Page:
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ISRAEL/ Winters: Netanyahu's Somersaults

Netanyahu’s re-election is not conducive to hope for a peaceful settlement between the Israelis and Palestinians, but the turmoil in the region has further reasons. By MICHAEL SEAN WINTERS

Israeli Prime Minister Bibi Netanyahu (Infophoto) Israeli Prime Minister Bibi Netanyahu (Infophoto)

In the days leading up to the Israeli elections, incumbent Prime Minister Bibi Netanyahu, worried that his Likud party was slipping in the polls, said that on his watch, there would not be a Palestinian state. On election day itself, he warned that the “right wing government” (his words) was in danger of losing power because Israel’s Arab citizens were turning out in large numbers at the polls.

Both statements were signs of desperation, the first indicating a reversal of long standing Israeli commitment to a two-state solution, no matter which party wins an election, and a direct contradiction of UN Security Council Resolution 242 which, since 1967, has been the only recognizable path to peace and Israel’s most important card in negotiations. (Resolution 242 calls for “secure and recognized borders” and the requirement of security has been Israel’s strongest moral argument in negotiations.) The second comment introduced racial ugliness in a country that surely does not need more of that, and did so on the one day Israel can most obviously demonstrate its difference from its neighbors and why we in the West should support it: The only Arabs in the Mideast who get to vote in free and fair elections are those Arabs who live in Israel.

Mr. Netanyahu probably did not need these last minute efforts to gin up Likud’s share of the vote. His victory was large enough to have won without it. (The raising of the percentage of the vote each party needs to qualify for a seat in the Knesset was the reason why Netanyahu was fishing for votes on his right, instead of in the center.) And, in a display of astoundingly quick cynicism, he distanced himself from his own statements as soon as the polling results were known.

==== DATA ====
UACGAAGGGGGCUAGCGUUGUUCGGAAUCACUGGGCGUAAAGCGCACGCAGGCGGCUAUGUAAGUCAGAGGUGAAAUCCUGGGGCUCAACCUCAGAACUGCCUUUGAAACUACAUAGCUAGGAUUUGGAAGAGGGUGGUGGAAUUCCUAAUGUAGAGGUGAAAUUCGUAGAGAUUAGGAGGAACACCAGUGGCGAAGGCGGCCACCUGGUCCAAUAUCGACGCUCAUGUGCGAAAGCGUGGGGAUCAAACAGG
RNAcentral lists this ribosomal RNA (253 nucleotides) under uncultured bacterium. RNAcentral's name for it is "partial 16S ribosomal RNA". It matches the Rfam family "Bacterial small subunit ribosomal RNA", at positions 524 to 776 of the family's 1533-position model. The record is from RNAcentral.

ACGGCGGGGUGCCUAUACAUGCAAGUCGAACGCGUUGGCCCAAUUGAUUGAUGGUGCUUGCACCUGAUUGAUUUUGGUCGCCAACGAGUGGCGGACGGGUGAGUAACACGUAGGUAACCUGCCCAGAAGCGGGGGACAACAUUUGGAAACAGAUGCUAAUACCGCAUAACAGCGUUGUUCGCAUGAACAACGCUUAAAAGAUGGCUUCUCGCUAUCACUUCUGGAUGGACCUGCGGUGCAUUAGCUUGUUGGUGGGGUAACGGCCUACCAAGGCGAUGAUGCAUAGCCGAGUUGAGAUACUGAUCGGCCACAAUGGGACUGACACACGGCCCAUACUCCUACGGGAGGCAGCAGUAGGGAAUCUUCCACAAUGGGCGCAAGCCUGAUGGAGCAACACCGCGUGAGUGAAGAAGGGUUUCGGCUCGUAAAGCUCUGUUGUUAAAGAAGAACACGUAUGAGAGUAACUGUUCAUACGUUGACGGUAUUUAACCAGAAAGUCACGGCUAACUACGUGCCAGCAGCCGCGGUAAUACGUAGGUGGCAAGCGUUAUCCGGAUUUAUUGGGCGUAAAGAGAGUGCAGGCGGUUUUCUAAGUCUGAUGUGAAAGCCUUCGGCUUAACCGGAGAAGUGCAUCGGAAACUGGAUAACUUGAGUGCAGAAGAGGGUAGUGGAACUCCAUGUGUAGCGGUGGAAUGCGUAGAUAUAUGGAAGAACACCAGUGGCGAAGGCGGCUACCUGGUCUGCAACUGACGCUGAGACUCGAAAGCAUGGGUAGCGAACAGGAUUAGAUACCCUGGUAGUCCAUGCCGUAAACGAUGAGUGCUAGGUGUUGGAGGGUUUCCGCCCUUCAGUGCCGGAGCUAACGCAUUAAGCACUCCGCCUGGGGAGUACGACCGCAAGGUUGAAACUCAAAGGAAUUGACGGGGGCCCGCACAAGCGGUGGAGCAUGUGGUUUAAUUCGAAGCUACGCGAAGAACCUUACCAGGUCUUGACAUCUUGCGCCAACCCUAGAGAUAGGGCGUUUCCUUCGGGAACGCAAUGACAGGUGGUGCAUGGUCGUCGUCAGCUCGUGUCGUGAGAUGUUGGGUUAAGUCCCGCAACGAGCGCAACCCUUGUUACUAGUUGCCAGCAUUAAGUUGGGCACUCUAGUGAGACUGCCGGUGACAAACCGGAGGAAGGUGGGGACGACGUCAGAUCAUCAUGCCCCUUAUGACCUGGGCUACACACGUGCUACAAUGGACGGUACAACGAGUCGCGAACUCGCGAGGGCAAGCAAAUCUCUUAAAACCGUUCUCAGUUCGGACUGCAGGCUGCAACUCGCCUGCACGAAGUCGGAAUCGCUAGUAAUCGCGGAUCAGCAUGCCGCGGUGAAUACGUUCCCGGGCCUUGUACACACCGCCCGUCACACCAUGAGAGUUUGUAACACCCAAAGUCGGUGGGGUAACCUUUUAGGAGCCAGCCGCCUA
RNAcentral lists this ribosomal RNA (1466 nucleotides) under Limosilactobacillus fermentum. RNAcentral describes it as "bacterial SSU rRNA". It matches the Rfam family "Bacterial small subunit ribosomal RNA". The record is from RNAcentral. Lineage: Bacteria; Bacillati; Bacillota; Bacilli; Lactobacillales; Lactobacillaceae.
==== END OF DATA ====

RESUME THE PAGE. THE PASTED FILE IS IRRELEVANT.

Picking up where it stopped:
Yesterday, Mr. Netanyahu said, “I don’t want a one-state solution. I want a sustainable, peaceful two-state solution. But for that, circumstances have to change.” I can be forgiven for pointing out that one of those circumstances might well be Mr. Netanyahu’s leaving the Prime Minister’s office. But, let’s look more closely at this statement. He says, “I don’t want a one-state solution.” That makes no sense. A “solution” would require some kind of peace and the Palestinians would never be happy in a Jewish state, and Israel would never risk losing the Jewish character of Israel by incorporating so many Palestinians. This sentence is just gibberish. I believe Mr. Netanyahu wants a sustainable and peaceful two-state solution.

I believe he also thinks such a solution will never be possible. There is some warrant for such a belief. As the late Abba Eban, who was no hawk, said back in 1973, the Palestinians “never miss an opportunity to miss an opportunity.” More importantly, as long as the Likud party needs to the votes of parties committed to additional Israeli settlements in the West Bank, Netanyahu will hardly make the prospects for a sustainable and peaceful solution more likely. Abu Mazen has domestic political considerations as well.

Mr. Netanyahu also tried to walk back his alarmist statement about all those Israeli Arabs voting. He said he understood he was the Prime Minister of all Israelis, Jewish and Arab alike. This is true in a technical sense, but in his long career, Netanyahu has not distinguished himself as a champion of the concerns of Israeli Arabs.